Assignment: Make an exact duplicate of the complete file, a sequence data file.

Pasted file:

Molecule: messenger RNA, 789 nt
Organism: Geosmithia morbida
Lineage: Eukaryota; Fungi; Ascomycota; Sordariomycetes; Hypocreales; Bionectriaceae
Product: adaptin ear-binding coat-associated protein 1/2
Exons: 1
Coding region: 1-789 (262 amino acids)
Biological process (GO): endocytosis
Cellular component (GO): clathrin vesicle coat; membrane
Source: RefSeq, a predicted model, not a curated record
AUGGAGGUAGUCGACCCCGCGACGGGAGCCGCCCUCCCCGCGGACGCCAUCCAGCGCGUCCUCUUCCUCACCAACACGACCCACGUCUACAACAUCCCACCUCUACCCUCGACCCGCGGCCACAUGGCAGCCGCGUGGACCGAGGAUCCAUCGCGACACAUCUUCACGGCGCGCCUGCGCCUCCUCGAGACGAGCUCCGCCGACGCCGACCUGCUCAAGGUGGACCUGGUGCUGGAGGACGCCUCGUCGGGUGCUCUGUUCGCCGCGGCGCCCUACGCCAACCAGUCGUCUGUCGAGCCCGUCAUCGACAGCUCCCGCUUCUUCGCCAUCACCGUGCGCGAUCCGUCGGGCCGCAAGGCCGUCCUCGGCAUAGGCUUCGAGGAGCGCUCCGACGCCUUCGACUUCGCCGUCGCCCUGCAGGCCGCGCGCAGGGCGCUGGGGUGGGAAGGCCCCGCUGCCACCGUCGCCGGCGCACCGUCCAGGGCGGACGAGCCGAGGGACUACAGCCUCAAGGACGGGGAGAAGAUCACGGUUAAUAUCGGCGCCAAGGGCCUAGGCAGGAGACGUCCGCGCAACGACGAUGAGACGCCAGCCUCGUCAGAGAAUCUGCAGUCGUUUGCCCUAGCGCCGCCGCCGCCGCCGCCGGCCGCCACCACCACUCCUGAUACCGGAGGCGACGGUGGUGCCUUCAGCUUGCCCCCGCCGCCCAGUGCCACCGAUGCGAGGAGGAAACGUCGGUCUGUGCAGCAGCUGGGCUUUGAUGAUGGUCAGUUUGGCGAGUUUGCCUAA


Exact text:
Molecule: messenger RNA, 789 nt
Organism: Geosmithia morbida
Lineage: Eukaryota; Fungi; Ascomycota; Sordariomycetes; Hypocreales; Bionectriaceae
Product: adaptin ear-binding coat-associated protein 1/2
Exons: 1
Coding region: 1-789 (262 amino acids)
Biological process (GO): endocytosis
Cellular component (GO): clathrin vesicle coat; membrane
Source: RefSeq, a predicted model, not a curated record
AUGGAGGUAGUCGACCCCGCGACGGGAGCCGCCCUCCCCGCGGACGCCAUCCAGCGCGUCCUCUUCCUCACCAACACGACCCACGUCUACAACAUCCCACCUCUACCCUCGACCCGCGGCCACAUGGCAGCCGCGUGGACCGAGGAUCCAUCGCGACACAUCUUCACGGCGCGCCUGCGCCUCCUCGAGACGAGCUCCGCCGACGCCGACCUGCUCAAGGUGGACCUGGUGCUGGAGGACGCCUCGUCGGGUGCUCUGUUCGCCGCGGCGCCCUACGCCAACCAGUCGUCUGUCGAGCCCGUCAUCGACAGCUCCCGCUUCUUCGCCAUCACCGUGCGCGAUCCGUCGGGCCGCAAGGCCGUCCUCGGCAUAGGCUUCGAGGAGCGCUCCGACGCCUUCGACUUCGCCGUCGCCCUGCAGGCCGCGCGCAGGGCGCUGGGGUGGGAAGGCCCCGCUGCCACCGUCGCCGGCGCACCGUCCAGGGCGGACGAGCCGAGGGACUACAGCCUCAAGGACGGGGAGAAGAUCACGGUUAAUAUCGGCGCCAAGGGCCUAGGCAGGAGACGUCCGCGCAACGACGAUGAGACGCCAGCCUCGUCAGAGAAUCUGCAGUCGUUUGCCCUAGCGCCGCCGCCGCCGCCGCCGGCCGCCACCACCACUCCUGAUACCGGAGGCGACGGUGGUGCCUUCAGCUUGCCCCCGCCGCCCAGUGCCACCGAUGCGAGGAGGAAACGUCGGUCUGUGCAGCAGCUGGGCUUUGAUGAUGGUCAGUUUGGCGAGUUUGCCUAA